An organic egg farm in England has set up a novel method of protecting its hens from bird flu allowing them to stay outdoors.
Orchard Eggs based in West Sussex has taken advantage of the latest laser technology available from a Dutch company in order to scare off wild migratory birds and prevent them mixing with the farm’s chickens. As the British government recently extended the avian influenza (bird flu) prevention zone to April 2017, it also raised the biosecurity requirements poultry farmers must adhere to if they want to keep their birds outdoors. Orchard Eggs, owned by young Dutch couple Karen and Daniel Hoeberichts, said once they heard of the new laser technology steps were taken to set it up to complement the farm’s other biosecurity measures.
Exaggerated fear-reactions are associated with injurious flying, smothering, feather pecking and other events that compromise animal welfare in laying hens. The aim of this study was to test the hypothesis that chicks with access to litter during the first five weeks of life would be less fearful as adult hens compared to birds reared without access to litter. The hypothesis was tested in a national on-farm study in commercial aviary flocks in Norway. Five rearing farmers divided the pullets into two groups within their rearing houses. While the chicks were enclosed inside the aviary rows during the first five weeks of life, paper substrate where food and other particles could accumulate, covered the wire mesh floor in the treatment group, whereas the control group was reared on bare wire mesh. At 30 weeks of age, 23 aviary flocks (11 control flocks reared without paper and 12 treatment flocks reared with paper) were visited. During the visit, the fearfulness of the adult birds was tested in a stationary person test and a novel object test. The data was analysed by ANOVA or logistic regression as appropriate. The access to litter during rearing did not influence the number of birds that approached within 25cm of the stationary person (p =0.51). All flocks, regardless of rearing treatment, had birds which came within 2m of the stationary person. The latency to approach within 2m of the stationary person tended to be influenced by provision of environmental enrichment as adults (p =0.08) and by the interaction between treatment×rearing farm (p =0.08). The number of birds that approached within 2m of the stationary person was influenced by the interaction between treatment during rearing and provision of enrichment as adults (p =0.03), however, the post hoc test showed no pairwise differences. All flocks, regardless of rearing treatment, had birds that approached the novel object. The access to litter during rearing did not influence the birds’ latency to approach the novel object. The number of birds approaching the novel object was affected by the interaction between access to substrate during rearing and provision of environmental enrichment as adults (p =0.05). The results indicate that both adding paper substrate to chicks from the first day of life and environmental enrichment as adults, reduce fearfulness in laying hens.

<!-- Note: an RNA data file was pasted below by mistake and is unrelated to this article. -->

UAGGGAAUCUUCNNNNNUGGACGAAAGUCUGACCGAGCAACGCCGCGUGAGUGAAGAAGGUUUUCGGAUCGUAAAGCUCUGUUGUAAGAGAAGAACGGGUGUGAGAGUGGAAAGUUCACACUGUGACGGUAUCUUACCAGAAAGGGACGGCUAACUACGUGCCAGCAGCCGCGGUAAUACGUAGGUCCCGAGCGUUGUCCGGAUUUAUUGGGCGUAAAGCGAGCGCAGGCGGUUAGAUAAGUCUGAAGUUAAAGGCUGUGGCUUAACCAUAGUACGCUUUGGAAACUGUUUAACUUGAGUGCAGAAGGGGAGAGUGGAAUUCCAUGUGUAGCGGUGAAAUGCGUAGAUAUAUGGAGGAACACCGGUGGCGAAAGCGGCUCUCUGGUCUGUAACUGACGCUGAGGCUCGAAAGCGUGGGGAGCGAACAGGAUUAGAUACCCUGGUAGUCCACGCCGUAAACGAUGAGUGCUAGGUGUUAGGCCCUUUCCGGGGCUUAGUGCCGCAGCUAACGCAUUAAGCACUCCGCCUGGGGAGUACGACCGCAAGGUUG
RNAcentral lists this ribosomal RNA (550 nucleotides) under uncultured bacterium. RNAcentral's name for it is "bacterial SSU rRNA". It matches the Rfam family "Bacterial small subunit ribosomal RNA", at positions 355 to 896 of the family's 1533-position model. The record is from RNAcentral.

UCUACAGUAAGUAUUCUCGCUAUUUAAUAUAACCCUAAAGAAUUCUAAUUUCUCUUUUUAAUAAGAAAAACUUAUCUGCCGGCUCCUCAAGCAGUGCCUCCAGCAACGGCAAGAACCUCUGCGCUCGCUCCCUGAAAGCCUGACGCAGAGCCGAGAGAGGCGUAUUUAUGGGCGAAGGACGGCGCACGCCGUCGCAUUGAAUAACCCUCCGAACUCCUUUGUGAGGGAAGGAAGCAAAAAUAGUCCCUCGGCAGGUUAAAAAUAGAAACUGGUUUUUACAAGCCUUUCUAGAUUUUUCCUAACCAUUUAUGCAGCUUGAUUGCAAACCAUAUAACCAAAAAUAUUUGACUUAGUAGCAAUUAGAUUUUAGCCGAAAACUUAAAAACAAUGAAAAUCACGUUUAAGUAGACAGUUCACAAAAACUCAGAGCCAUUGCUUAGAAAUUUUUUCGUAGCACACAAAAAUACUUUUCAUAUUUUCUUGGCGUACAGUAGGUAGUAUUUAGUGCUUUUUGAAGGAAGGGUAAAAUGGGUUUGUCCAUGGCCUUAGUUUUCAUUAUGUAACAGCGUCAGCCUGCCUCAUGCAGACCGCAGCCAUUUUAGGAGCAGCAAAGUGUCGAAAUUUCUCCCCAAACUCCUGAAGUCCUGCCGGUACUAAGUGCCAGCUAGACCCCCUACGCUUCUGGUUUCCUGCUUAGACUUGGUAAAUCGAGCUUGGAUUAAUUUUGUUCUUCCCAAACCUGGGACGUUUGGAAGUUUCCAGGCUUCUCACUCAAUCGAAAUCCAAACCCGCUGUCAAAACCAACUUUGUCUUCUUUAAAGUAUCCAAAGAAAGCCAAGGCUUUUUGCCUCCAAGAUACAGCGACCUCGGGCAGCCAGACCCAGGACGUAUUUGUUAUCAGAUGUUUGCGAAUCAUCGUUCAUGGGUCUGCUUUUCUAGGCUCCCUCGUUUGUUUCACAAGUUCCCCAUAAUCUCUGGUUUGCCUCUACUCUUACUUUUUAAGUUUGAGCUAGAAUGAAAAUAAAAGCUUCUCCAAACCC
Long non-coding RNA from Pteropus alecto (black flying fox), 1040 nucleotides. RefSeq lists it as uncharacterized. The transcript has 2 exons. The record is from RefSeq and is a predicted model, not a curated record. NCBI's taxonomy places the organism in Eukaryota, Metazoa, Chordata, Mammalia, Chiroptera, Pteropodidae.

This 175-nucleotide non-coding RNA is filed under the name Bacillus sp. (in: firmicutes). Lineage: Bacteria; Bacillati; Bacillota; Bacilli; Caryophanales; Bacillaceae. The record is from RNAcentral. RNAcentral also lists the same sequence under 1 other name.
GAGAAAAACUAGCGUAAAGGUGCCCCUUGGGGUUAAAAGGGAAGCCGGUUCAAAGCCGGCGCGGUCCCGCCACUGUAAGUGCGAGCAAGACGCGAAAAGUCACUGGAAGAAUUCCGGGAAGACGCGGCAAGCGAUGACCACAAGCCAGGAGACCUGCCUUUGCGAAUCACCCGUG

Feeding grit or grain on the litter is a good measure to keep laying hens occupied and reduce the risk for feather pecking. UK research found that this practice also reduced the incidence of smothering.